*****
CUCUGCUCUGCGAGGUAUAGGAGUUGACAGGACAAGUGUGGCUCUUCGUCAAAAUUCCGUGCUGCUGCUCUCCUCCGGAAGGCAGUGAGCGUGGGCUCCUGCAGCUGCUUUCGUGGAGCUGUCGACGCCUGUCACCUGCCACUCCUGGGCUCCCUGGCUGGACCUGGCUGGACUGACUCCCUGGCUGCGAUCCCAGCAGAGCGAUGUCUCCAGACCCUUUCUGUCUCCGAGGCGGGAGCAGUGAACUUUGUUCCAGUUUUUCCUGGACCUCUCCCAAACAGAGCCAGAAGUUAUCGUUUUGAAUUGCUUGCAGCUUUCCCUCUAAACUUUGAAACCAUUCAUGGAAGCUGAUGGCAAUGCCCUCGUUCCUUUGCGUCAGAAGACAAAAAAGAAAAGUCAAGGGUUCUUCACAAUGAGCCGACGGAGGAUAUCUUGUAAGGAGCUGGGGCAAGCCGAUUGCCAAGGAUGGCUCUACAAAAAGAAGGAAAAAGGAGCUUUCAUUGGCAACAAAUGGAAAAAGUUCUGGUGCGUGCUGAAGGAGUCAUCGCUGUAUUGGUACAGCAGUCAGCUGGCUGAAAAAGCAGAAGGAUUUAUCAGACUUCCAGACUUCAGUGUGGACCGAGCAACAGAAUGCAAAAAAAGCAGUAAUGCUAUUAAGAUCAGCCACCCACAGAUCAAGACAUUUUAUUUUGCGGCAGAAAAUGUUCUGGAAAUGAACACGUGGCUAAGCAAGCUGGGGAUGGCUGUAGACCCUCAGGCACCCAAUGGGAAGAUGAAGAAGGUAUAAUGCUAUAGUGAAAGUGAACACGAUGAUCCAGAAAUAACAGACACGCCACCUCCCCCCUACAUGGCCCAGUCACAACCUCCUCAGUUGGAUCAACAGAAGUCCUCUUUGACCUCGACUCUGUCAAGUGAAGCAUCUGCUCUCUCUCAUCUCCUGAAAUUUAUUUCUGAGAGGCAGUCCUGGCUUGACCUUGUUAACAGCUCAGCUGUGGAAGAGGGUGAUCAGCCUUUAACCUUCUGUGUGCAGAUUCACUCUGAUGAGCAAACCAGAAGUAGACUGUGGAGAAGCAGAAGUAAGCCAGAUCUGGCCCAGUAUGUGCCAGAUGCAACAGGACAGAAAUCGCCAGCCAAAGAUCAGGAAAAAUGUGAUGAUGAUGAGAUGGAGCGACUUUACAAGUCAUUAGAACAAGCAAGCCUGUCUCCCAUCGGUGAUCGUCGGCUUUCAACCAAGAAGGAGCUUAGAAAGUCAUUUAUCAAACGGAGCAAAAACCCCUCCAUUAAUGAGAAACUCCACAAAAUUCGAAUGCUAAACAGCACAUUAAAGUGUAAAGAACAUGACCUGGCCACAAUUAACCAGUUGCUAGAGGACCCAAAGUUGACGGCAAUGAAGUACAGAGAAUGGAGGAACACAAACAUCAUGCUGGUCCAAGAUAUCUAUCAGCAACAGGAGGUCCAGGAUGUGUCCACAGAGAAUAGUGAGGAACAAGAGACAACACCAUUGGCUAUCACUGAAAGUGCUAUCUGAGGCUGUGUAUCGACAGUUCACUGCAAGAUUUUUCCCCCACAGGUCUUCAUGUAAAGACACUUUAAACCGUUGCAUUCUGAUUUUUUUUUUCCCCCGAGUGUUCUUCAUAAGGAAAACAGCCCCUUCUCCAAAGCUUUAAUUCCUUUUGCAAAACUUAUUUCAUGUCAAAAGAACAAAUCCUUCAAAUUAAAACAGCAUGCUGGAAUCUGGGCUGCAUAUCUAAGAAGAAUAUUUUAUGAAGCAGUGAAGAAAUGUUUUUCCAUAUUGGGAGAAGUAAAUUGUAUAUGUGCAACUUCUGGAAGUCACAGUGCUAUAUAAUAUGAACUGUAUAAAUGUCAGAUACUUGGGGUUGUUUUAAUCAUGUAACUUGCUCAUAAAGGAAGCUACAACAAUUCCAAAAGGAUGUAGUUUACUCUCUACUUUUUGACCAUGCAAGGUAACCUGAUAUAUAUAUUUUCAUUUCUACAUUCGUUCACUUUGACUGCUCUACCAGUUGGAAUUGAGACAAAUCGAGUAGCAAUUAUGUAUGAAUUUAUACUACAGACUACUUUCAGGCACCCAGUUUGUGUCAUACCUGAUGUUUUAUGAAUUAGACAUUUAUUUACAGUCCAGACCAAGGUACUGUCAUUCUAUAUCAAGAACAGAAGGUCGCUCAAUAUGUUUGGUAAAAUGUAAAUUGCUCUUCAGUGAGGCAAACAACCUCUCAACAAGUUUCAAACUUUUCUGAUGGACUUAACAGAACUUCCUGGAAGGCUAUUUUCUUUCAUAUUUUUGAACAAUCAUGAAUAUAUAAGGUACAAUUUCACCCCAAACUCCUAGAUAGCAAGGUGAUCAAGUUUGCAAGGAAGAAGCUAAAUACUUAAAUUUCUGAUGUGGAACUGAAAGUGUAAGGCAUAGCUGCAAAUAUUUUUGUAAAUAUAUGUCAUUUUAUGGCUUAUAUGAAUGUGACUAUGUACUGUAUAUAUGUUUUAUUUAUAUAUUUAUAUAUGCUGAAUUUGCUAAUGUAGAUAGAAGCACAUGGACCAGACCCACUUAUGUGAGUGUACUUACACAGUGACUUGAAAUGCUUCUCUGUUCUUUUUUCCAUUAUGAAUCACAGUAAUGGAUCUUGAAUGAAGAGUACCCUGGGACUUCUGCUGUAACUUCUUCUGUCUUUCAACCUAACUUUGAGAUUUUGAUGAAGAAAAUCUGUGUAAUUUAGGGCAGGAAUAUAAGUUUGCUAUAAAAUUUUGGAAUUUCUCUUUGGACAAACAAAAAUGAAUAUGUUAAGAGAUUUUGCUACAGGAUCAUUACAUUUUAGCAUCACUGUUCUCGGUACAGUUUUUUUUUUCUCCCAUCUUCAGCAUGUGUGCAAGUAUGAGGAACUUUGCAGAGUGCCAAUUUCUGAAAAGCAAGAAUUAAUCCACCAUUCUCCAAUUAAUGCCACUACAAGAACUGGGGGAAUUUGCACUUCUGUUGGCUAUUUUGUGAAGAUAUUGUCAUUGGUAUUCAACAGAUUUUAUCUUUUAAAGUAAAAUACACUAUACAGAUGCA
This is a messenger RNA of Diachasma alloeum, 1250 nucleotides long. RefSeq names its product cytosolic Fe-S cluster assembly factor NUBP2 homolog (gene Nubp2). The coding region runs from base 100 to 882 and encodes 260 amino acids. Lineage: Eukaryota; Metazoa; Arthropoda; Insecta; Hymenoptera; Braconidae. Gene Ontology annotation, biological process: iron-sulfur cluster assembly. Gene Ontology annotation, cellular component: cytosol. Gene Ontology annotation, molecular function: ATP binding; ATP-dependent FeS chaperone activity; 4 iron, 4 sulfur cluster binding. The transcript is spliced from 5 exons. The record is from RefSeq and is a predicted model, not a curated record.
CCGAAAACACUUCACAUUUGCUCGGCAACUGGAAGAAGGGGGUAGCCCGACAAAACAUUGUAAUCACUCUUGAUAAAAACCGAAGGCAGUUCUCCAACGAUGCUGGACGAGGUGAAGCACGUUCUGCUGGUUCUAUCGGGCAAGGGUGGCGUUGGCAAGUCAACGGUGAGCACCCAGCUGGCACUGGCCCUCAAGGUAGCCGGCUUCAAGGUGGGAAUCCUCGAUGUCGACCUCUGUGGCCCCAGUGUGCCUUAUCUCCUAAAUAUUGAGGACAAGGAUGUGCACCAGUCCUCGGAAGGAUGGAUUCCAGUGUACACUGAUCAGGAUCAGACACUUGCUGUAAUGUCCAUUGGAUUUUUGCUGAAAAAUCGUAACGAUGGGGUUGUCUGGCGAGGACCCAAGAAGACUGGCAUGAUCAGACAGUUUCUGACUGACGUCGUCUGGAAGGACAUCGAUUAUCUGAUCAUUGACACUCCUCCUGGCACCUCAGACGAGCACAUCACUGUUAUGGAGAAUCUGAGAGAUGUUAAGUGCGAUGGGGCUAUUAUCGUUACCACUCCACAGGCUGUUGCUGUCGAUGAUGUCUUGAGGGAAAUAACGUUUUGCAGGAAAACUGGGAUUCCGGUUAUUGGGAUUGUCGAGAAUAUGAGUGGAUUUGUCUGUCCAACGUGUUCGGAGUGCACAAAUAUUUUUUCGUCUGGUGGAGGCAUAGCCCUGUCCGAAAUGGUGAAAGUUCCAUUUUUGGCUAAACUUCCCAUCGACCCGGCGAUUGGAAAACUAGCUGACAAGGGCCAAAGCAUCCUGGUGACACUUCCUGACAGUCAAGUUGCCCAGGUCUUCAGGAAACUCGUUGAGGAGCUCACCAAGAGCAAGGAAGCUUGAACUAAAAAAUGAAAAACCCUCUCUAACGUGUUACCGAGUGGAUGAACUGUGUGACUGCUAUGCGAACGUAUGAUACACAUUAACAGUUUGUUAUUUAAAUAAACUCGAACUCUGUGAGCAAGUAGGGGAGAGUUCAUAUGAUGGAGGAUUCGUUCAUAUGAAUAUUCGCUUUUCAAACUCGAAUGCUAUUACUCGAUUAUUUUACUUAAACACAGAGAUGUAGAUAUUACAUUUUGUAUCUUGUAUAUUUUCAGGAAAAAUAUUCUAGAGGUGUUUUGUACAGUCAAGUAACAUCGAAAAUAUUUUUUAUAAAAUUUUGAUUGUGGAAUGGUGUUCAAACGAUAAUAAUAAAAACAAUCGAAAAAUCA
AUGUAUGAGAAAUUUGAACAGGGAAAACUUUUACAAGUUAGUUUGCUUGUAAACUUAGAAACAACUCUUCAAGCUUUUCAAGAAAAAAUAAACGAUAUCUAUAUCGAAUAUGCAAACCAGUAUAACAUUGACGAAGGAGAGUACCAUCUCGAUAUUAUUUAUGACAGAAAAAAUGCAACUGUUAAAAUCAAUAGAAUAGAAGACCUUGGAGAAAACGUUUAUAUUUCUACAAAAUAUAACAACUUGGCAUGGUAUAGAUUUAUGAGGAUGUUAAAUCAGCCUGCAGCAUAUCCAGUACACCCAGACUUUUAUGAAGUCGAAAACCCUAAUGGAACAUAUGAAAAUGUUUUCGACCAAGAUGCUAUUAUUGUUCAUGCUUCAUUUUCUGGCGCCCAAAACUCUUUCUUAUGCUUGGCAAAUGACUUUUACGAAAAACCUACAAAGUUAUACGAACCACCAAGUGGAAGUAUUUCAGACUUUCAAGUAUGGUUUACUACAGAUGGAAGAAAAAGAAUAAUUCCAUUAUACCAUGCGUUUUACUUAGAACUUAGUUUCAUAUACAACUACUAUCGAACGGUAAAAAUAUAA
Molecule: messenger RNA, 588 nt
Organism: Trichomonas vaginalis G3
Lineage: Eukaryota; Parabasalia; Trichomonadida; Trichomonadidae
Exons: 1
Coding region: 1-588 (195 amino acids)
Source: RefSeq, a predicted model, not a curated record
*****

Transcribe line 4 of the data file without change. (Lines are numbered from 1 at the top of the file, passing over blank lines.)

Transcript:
AUGUAUGAGAAAUUUGAACAGGGAAAACUUUUACAAGUUAGUUUGCUUGUAAACUUAGAAACAACUCUUCAAGCUUUUCAAGAAAAAAUAAACGAUAUCUAUAUCGAAUAUGCAAACCAGUAUAACAUUGACGAAGGAGAGUACCAUCUCGAUAUUAUUUAUGACAGAAAAAAUGCAACUGUUAAAAUCAAUAGAAUAGAAGACCUUGGAGAAAACGUUUAUAUUUCUACAAAAUAUAACAACUUGGCAUGGUAUAGAUUUAUGAGGAUGUUAAAUCAGCCUGCAGCAUAUCCAGUACACCCAGACUUUUAUGAAGUCGAAAACCCUAAUGGAACAUAUGAAAAUGUUUUCGACCAAGAUGCUAUUAUUGUUCAUGCUUCAUUUUCUGGCGCCCAAAACUCUUUCUUAUGCUUGGCAAAUGACUUUUACGAAAAACCUACAAAGUUAUACGAACCACCAAGUGGAAGUAUUUCAGACUUUCAAGUAUGGUUUACUACAGAUGGAAGAAAAAGAAUAAUUCCAUUAUACCAUGCGUUUUACUUAGAACUUAGUUUCAUAUACAACUACUAUCGAACGGUAAAAAUAUAA